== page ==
Inventory and Schedule of Condition: this is a check list of the current contents and condition of a property which is undertaken to ensure that the property is left in the same condition in which it was originally let. It can cover cleanliness and the state and age of fixtures and fittings such as plug sockets, furniture, windows etc.

At the start of the tenancy, there should be an inventory to “check in” and then again at the end of the tenancy to “check out”. Agents and landlords may use an ARLA Inventories member to carry out the inventory.

Client Money Protection (CMP): a scheme that protects money paid by a tenant to their letting agent or landlord. It is important to note that CMP is not a legal requirement and not all agents and landlords are covered. By using an ARLA Propertymark Protected member, you can guarantee that your money will be safe.

Tenancy Deposit Protection (TDP): your landlord must register your deposit with one of the three Government-authorised schemes (Deposit Protection Service, MyDeposits or Tenancy Deposit Scheme) within 30 days (14 days in Northern Ireland) of you paying it. They must also give you the details of which scheme is used, your Tenancy Deposit Protection Certificate and additional information (known as Prescribed Information) which explains how to get the money back at the end of your tenancy and what to do if you and your landlord or agent disagree on the amount to be returned.

Redress: if you have a dispute with your landlord, the case can be referred to a neutral expert to resolve – this is known as redress. All letting agents are required to sign up to a property redress scheme, so make sure to note down which scheme your agent is registered with. ARLA Propertymark Licensed members in England and Wales will belong to either The Property Ombudsman, Ombudsman Services Property or the Property Redress Scheme. ARLA Propertymark Licensed members in Scotland fall under the remit of the First-tier Tribunal for Scotland (Housing and Property Chamber).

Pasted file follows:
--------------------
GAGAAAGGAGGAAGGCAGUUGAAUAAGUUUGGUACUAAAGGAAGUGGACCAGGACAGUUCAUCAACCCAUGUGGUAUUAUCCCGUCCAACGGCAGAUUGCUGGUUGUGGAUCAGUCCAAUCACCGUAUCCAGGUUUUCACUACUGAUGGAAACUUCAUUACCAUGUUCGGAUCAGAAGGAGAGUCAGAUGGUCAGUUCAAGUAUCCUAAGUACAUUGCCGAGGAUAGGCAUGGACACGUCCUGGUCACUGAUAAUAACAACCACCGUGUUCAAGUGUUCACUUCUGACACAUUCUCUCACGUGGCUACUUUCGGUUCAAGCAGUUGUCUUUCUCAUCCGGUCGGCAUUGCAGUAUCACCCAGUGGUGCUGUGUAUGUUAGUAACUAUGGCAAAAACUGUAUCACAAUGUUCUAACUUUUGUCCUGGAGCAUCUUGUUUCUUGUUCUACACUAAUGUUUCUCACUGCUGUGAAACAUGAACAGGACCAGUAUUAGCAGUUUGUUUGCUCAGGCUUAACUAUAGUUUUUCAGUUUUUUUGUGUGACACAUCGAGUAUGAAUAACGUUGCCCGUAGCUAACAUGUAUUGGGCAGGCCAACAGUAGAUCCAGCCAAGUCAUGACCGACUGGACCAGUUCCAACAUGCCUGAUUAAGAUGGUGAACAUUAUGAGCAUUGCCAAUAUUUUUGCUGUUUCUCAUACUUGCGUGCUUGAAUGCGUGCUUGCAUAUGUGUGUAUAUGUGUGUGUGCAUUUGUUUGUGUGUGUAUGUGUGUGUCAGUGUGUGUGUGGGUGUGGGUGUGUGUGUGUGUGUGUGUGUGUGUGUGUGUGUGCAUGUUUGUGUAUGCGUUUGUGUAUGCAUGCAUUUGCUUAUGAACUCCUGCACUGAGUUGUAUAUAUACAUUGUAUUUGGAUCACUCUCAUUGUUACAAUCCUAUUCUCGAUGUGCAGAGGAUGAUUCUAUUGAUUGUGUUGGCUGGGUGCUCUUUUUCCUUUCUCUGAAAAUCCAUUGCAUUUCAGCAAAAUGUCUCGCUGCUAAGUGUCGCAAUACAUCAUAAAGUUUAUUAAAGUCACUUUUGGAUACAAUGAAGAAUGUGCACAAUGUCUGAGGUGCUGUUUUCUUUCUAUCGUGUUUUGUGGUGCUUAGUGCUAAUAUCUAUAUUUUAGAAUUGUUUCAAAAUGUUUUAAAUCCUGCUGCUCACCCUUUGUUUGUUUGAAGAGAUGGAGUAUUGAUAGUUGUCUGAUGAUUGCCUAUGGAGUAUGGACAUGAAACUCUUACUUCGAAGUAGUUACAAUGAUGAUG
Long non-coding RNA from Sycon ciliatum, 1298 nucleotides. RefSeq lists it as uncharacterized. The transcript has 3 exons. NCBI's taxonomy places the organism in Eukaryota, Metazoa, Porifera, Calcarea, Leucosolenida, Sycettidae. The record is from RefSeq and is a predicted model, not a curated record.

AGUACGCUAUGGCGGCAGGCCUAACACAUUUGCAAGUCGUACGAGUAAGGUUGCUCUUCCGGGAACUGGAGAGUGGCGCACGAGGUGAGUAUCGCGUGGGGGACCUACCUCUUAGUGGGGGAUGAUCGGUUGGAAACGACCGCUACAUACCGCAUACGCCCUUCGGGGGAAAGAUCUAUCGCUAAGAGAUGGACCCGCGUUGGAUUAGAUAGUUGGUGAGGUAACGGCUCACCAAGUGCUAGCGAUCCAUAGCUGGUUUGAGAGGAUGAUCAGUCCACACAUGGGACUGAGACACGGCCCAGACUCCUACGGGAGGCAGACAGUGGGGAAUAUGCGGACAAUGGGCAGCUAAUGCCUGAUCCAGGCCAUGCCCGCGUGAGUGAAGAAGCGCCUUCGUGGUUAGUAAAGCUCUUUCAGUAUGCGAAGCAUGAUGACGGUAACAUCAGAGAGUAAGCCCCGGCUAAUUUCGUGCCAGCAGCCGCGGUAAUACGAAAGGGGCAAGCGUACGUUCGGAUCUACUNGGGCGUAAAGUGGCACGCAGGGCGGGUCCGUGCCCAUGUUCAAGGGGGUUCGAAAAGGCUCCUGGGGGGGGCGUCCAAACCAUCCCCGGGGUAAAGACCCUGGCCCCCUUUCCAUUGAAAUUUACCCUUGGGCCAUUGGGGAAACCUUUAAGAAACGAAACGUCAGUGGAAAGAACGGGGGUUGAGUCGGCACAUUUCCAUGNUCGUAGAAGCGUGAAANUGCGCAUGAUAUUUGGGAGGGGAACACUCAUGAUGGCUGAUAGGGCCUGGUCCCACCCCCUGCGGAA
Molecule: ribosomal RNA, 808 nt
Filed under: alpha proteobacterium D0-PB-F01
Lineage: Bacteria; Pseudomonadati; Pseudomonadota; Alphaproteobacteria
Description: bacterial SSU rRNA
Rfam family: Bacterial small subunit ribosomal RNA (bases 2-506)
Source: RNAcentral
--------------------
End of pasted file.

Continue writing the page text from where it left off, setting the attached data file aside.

Sublet: subletting is where a tenant lets part or all of their rental property to someone else. You must get permission from your landlord before subletting a property, otherwise, you could be in breach of your rental agreement and your landlord can take legal action against you.

House in Multiple Occupation (HMO): HMOs are properties which house tenants from two or more households with shared facilities such as the kitchen or bathroom. Large HMOs (more than 2 floors and more than 4 people) need to be licenced.

Common parts: any part of the property, land or premises which are part of a shared facility (for example, a shared entrance or garden).

Managing Agent: an agent or company who is responsible under an agency agreement for the maintenance and management of the property. Not all properties are professionally managed so your landlord may be responsible for the maintenance of the property.

Fixtures and fittings: items that are usually included in a rental property such as curtains, carpets, blinds, light fittings, kitchen units and appliances. In some cases, it may also include furniture. It is advisable to check what is provided prior to signing the letting agreement.

Dilapidation: damage to a property or contents that is considered to go beyond acceptable wear and tear.

Notice period: the period of time that a tenant or landlord must give to end the tenancy agreement.

Arrears: unpaid rent that is overdue or outstanding.